Creating your own guitar


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If you want your guitar to truly reflect your personal style, there’s nothing better than creating a custom guitar. I know because I’ve made one myself. Yes, you may argue that I’m being the favoured kid here, and in fact you’re right. But the satisfaction of having a truly unique guitar at home is worth all the criticism. And believe me, it wasn’t easy at all to decide over all the little details, the combinations, the sound I wanted on it. So I know how you might have felt when you were faced with all those options. Here are a few of my tips. I suggest two approaches: first, let the wood do the work, and then add all the details in line with the color and pattern you’ve already chosen. Or, if you know you definitely want that specific inlay, sunburst or vintage vibe, prioritize it and then choose wood that will accompany it well.

The first scenario is more common, and the majority of people who approach us know what kind of wood they want to use and what kind of sound they want to achieve. For beginners, here’s some easy advice: if you fancy a mellow, rich sound, go for a cedar top. Spruce is the answer if you want a direct, distinctive, and clear sound. Swiss and Dolomite spruce can be a little “closed” initially, but it gets better and better while playing and keeps maturating over years. But if you’re looking for something in the middle, thermo-treated spruce could satisfy your needs.

Choosing the back and side material for your guitar is typically an easier decision, as you can quickly determine whether you like the color and pattern or not. The most common choices for back and side materials are Cocobolo, well, because it is Cocobolo and it is freakin’ beautiful, premium Indian Rosewood, or Macacuaba and Granadillo, which are popular among those who appreciate wood with wild grains. However, we have also made some super classy guitars using traditional guitar materials such as mahogany too. People often ask about the effect that back and side materials have on the sound of a guitar, and it’s a super interesting topic. At our company, we’ve tried to cover this topic in our R&D section on wood, as well as in other blogs that focus on tonewoods. My personal favourite is Madagascar Rosewood as it resonates in a way no other available wood does. But that’s just my opinion, of course. Some consider it even too resonant.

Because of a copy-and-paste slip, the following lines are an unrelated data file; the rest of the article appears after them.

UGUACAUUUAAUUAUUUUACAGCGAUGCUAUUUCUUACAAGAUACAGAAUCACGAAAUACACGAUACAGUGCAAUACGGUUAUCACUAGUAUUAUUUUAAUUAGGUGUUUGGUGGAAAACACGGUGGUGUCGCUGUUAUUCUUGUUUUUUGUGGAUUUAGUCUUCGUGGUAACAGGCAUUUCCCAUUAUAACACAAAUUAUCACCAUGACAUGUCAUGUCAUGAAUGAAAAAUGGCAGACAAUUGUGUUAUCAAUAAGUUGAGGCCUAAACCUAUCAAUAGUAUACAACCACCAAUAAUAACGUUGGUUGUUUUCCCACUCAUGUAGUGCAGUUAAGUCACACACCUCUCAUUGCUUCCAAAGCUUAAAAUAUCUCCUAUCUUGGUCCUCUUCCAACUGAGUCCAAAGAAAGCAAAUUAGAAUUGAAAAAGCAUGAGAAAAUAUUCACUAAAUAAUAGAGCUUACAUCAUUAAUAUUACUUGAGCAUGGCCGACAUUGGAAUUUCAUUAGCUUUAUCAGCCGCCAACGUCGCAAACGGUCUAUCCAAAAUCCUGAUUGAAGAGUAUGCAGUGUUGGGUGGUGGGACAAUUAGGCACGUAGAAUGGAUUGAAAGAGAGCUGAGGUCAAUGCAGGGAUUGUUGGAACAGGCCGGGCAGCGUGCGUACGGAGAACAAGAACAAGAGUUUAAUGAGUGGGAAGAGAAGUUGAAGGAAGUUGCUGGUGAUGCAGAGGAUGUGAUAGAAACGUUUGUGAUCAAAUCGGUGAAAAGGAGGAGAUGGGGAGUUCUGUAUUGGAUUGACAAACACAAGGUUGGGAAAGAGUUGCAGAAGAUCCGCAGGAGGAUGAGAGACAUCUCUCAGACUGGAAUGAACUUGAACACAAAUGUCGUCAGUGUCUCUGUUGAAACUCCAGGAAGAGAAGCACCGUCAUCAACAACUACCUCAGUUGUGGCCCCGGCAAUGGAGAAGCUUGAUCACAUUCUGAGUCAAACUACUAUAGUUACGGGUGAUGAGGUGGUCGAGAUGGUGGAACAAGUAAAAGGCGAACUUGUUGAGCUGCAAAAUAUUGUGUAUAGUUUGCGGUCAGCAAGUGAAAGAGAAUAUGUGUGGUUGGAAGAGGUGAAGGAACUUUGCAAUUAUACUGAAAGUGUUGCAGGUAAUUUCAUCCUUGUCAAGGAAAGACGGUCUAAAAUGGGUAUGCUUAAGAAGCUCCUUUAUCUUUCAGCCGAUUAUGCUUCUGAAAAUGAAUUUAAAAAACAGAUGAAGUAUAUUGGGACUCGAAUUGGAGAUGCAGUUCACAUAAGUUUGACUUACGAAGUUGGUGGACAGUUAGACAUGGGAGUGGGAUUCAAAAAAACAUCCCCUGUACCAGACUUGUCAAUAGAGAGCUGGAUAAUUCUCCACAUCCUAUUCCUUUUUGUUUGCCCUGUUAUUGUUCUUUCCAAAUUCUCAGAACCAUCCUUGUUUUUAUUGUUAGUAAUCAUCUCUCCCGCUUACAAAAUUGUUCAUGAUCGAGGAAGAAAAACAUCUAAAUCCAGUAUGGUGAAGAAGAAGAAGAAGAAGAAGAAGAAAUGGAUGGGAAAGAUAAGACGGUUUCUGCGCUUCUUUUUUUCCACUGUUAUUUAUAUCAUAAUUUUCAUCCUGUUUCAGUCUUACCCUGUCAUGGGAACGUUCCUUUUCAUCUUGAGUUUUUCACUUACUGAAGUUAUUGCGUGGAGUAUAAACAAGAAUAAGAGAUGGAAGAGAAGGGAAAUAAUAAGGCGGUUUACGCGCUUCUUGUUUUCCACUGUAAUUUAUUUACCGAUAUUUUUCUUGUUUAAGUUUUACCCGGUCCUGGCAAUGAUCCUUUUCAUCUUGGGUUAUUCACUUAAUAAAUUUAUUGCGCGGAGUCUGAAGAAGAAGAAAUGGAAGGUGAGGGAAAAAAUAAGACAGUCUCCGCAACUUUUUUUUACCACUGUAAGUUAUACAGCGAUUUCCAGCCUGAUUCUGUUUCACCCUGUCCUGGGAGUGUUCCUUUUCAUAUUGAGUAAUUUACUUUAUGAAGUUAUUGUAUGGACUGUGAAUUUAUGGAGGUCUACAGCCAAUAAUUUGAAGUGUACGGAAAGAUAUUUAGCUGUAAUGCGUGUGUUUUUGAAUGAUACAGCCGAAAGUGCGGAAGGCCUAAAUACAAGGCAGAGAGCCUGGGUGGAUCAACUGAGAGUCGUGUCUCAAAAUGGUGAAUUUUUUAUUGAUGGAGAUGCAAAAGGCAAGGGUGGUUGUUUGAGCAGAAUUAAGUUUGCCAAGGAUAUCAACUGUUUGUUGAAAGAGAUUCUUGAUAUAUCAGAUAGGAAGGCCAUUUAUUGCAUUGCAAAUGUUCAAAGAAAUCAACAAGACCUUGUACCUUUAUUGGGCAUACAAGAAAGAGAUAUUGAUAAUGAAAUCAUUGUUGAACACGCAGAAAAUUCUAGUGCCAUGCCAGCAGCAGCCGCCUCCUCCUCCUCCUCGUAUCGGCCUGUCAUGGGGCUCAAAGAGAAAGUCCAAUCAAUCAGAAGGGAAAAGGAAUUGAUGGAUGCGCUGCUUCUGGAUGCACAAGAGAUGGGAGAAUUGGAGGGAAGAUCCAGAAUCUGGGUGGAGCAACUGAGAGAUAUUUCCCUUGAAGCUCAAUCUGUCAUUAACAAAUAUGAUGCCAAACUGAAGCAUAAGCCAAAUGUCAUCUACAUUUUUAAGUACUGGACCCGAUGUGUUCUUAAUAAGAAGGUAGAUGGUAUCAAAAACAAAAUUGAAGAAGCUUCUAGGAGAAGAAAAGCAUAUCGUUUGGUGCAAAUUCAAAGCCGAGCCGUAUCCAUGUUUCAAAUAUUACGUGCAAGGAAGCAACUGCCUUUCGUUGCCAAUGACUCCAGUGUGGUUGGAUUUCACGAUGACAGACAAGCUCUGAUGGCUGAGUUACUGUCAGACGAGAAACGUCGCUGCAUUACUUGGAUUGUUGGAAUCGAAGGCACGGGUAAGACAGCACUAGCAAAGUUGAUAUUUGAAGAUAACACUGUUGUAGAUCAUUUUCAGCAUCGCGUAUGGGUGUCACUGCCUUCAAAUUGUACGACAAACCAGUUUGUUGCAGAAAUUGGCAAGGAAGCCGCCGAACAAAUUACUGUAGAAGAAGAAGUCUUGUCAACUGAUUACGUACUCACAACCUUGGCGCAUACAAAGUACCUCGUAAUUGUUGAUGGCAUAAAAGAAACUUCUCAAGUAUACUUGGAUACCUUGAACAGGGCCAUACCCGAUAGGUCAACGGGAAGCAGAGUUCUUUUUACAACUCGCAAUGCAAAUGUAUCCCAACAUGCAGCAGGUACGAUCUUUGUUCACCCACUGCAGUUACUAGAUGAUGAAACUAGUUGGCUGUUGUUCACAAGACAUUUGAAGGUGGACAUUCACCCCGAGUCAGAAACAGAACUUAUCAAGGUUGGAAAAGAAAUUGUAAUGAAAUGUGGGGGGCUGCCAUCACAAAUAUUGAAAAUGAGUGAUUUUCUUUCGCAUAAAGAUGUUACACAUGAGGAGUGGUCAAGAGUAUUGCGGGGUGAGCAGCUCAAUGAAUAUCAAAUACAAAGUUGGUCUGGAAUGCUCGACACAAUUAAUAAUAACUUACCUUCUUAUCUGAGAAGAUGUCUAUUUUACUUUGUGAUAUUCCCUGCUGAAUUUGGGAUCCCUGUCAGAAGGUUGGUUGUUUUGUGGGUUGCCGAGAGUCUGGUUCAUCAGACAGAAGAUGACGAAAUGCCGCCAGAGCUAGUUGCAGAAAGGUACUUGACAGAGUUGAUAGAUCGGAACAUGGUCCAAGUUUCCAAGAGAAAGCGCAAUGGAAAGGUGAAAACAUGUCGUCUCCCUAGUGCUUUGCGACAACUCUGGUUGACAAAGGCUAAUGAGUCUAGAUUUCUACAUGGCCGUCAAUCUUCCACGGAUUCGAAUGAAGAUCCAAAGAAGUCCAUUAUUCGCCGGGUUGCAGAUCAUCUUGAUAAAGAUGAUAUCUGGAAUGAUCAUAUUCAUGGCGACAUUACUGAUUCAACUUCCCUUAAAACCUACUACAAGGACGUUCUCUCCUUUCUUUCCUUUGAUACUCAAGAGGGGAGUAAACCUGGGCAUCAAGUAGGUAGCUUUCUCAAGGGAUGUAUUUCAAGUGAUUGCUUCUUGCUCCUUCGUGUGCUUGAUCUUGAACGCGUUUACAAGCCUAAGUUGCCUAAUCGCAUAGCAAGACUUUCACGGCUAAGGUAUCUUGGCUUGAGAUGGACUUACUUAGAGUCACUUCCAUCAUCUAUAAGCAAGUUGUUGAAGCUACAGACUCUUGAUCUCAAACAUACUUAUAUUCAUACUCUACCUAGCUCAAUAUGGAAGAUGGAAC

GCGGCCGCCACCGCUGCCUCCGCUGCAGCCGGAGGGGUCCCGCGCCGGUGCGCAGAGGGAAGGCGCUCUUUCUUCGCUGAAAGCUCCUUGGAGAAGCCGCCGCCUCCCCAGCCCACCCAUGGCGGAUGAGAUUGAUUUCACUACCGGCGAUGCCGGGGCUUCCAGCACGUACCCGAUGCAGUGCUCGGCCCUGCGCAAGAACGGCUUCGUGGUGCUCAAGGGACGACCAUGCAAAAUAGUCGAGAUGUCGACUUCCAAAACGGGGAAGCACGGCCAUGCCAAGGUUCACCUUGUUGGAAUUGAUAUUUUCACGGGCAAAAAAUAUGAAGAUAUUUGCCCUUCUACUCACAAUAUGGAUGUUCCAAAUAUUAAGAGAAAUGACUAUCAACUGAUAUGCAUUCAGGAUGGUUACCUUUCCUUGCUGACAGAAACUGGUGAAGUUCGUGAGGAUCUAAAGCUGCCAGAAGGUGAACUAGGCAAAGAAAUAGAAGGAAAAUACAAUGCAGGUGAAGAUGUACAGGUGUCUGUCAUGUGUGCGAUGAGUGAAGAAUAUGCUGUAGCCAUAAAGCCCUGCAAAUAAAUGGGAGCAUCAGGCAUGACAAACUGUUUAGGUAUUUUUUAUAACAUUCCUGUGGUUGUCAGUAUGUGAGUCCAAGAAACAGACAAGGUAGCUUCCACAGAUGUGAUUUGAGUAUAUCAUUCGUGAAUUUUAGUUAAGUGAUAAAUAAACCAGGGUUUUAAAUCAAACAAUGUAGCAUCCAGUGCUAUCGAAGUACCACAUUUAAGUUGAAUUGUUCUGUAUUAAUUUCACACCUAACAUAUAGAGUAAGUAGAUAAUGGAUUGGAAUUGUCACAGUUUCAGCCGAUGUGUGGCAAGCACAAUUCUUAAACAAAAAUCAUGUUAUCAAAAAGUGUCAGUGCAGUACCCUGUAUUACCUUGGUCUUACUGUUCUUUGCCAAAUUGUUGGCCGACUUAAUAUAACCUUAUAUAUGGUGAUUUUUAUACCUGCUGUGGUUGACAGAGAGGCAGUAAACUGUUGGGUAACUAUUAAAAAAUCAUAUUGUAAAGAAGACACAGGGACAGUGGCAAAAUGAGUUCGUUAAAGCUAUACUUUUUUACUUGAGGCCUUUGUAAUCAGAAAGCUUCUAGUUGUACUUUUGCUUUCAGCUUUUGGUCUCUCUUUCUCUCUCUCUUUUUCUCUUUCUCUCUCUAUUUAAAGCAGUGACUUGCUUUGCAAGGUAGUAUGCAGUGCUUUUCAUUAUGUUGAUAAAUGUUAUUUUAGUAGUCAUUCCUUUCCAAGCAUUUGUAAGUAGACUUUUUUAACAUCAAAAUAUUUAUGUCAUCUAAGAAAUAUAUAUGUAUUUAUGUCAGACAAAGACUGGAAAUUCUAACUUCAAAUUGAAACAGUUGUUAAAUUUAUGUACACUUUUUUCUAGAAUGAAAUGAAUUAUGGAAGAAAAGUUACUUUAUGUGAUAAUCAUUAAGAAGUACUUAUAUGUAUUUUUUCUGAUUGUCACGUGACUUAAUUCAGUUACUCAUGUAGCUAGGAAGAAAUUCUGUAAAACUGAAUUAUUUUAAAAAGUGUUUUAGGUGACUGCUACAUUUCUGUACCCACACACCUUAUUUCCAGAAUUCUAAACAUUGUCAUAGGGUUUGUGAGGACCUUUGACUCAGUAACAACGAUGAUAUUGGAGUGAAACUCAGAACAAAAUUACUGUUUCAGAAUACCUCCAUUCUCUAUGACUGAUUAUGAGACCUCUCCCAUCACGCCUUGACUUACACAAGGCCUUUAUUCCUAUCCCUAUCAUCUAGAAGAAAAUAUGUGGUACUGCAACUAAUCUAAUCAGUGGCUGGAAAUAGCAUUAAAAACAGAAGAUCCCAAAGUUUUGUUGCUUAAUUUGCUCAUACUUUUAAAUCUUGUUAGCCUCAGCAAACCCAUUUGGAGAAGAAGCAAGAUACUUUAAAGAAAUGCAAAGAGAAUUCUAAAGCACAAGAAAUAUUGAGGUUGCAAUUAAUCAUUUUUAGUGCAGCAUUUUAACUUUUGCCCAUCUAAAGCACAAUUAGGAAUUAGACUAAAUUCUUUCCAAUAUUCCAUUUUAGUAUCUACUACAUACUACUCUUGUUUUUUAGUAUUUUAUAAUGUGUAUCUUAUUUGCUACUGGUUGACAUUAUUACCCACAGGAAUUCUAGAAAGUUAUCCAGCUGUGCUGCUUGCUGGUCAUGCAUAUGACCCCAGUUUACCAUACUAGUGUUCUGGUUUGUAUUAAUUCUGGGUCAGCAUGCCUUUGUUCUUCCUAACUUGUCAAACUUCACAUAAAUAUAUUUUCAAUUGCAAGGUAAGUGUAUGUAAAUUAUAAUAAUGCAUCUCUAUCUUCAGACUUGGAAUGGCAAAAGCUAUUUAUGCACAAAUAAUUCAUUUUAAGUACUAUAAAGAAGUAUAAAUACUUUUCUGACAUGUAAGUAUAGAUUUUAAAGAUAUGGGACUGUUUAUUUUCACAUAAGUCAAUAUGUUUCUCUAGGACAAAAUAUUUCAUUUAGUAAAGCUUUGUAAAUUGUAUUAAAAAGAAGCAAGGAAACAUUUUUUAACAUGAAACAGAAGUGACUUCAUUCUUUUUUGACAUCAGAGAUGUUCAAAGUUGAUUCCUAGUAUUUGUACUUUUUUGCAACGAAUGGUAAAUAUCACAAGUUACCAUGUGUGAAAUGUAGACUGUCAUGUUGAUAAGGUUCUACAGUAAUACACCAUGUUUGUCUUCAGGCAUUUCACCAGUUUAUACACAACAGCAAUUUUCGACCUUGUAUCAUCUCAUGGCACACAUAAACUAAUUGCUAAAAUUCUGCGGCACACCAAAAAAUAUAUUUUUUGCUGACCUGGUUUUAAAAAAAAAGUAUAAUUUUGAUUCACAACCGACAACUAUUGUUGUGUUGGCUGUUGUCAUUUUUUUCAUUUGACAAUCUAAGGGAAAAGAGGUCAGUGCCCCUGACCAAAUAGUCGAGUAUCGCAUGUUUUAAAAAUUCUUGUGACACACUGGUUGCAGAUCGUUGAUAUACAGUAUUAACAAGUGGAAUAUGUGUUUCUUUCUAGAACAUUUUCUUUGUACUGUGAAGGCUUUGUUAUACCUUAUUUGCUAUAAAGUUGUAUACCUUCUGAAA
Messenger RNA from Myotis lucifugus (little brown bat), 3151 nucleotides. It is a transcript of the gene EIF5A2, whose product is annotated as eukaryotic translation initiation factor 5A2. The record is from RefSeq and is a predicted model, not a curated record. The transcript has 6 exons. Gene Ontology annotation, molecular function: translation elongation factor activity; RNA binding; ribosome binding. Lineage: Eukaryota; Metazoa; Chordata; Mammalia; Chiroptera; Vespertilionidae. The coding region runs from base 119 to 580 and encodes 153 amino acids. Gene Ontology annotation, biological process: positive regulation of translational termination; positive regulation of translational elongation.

Another great way to personalize your guitar is by adding a symbol, writing, or picture on the fingerboard or headstock. Although this option can be more expensive since we need to spend significant time designing it in a usable form, creating codes for CNC/laser, it’s worth it if it has a special meaning for you. A more affordable alternative is to create a vignette with your own name or unique design

The worst case scenario is to mix everything together in a way that makes no sense. As long as the guitar is the idea, everything works ok, but then when you bring the material on, you can find out very quickly that it doesn’t work together and evaluation is needed.

And it actually happens quite often in the early stages of design, so don’t panic, take your time and think about the features that are important to you. And don’t hesitate to contact us:)

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